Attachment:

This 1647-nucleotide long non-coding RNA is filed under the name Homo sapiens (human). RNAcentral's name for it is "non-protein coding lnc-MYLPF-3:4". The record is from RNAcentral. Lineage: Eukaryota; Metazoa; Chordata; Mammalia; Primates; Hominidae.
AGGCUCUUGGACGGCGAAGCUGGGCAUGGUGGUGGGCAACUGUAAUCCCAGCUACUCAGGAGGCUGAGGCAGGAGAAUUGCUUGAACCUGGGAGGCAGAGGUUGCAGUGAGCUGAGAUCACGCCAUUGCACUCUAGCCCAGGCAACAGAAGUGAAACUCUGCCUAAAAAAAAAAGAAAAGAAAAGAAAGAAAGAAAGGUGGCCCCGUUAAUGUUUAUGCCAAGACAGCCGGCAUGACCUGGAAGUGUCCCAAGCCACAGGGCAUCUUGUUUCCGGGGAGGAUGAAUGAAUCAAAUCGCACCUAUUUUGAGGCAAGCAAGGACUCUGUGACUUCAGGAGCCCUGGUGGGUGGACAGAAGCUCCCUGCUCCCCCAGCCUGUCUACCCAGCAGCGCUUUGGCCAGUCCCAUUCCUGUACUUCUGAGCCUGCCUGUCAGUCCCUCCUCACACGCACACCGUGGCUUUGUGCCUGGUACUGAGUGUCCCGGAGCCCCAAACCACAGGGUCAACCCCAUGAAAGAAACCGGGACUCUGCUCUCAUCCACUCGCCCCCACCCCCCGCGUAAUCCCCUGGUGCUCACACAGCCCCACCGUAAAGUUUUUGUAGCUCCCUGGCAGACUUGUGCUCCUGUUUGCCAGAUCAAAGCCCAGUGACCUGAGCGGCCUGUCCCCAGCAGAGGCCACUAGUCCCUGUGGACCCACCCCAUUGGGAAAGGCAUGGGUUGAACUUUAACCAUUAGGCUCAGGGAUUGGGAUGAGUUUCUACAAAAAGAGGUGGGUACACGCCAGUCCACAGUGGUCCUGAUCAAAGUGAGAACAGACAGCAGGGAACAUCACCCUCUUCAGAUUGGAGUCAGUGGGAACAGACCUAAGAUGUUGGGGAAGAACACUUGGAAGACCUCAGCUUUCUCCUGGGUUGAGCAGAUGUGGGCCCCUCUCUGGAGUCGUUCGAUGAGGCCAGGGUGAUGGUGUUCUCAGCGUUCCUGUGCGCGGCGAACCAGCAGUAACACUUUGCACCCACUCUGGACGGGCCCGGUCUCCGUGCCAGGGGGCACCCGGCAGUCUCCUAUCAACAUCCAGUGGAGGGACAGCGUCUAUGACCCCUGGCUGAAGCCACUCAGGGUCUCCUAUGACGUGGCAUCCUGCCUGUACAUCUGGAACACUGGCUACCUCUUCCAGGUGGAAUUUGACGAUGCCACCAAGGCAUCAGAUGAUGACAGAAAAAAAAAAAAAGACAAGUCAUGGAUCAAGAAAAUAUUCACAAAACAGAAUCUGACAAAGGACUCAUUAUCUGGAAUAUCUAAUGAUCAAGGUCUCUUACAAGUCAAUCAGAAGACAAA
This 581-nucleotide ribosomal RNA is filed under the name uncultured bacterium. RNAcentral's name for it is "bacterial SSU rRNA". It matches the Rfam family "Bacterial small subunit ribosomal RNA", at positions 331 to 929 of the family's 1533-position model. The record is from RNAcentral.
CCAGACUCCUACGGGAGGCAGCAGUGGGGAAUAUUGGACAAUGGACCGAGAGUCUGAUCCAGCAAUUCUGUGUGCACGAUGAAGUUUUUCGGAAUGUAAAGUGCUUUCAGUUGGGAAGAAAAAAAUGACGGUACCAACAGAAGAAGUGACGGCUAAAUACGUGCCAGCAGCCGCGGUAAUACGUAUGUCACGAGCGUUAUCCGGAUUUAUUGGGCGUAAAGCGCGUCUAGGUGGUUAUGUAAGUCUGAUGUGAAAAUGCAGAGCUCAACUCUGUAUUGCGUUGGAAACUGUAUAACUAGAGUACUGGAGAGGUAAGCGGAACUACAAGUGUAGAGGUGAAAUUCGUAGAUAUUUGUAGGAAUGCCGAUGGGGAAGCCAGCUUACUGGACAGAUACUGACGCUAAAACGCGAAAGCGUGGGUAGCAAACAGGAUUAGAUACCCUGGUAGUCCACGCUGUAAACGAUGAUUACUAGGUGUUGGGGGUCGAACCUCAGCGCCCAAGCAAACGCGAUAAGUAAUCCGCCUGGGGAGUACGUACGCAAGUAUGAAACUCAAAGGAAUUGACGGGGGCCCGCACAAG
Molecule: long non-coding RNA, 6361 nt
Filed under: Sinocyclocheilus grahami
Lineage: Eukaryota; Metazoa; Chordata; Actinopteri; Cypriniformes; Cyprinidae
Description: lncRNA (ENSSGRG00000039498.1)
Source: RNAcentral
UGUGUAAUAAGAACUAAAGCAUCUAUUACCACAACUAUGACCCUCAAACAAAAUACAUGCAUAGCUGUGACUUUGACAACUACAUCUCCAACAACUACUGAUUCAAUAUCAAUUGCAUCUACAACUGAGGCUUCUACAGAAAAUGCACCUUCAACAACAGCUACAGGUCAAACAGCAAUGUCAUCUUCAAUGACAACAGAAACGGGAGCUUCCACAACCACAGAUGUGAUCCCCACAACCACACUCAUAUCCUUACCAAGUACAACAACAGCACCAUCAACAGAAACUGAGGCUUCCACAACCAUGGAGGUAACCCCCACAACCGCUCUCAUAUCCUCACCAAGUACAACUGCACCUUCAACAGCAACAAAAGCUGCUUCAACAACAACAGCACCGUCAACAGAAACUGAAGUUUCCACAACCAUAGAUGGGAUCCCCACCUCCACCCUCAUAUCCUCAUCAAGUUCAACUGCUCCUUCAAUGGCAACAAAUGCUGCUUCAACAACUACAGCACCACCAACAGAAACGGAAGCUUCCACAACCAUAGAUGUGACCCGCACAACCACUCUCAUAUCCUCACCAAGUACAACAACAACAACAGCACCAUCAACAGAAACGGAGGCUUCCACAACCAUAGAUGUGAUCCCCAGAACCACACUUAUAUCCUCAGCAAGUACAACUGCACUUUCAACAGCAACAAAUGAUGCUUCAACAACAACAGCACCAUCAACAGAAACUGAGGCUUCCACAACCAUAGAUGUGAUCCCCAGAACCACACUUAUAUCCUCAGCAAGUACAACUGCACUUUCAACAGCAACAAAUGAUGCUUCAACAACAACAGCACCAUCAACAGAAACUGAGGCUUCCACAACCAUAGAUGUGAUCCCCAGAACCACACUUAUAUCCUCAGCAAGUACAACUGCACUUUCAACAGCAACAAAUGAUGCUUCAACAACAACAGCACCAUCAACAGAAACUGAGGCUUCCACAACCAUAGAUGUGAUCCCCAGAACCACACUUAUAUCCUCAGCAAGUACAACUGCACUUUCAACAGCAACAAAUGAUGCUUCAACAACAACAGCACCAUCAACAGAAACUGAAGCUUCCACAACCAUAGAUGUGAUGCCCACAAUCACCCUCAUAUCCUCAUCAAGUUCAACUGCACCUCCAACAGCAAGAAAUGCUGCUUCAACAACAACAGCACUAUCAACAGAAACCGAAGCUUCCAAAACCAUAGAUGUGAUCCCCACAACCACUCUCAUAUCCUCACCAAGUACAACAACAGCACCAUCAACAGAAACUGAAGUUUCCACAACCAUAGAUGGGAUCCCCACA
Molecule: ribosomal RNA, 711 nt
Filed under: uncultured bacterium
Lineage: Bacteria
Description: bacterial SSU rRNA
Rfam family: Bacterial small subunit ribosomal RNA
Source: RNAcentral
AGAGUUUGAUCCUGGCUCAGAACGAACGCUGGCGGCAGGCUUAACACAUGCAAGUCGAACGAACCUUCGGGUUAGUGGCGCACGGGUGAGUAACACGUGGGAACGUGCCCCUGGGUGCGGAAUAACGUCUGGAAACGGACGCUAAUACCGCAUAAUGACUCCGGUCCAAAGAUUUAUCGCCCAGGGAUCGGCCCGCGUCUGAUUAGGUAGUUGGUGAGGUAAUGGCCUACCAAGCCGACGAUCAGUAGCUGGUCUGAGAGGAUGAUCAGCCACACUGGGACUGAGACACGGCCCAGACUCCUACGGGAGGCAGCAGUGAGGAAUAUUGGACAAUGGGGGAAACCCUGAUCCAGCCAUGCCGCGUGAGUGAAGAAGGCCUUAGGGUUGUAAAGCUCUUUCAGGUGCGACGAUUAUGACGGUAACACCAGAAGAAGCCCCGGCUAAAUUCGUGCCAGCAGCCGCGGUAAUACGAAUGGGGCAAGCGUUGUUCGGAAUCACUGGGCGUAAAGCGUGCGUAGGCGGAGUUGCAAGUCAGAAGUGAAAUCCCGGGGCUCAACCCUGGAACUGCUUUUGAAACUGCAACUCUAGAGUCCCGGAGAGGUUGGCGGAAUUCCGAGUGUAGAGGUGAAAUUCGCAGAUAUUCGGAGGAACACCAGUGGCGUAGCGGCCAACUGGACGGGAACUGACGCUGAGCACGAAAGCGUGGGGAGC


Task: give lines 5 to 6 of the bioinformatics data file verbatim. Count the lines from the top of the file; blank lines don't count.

Molecule: long non-coding RNA, 6361 nt
Filed under: Sinocyclocheilus grahami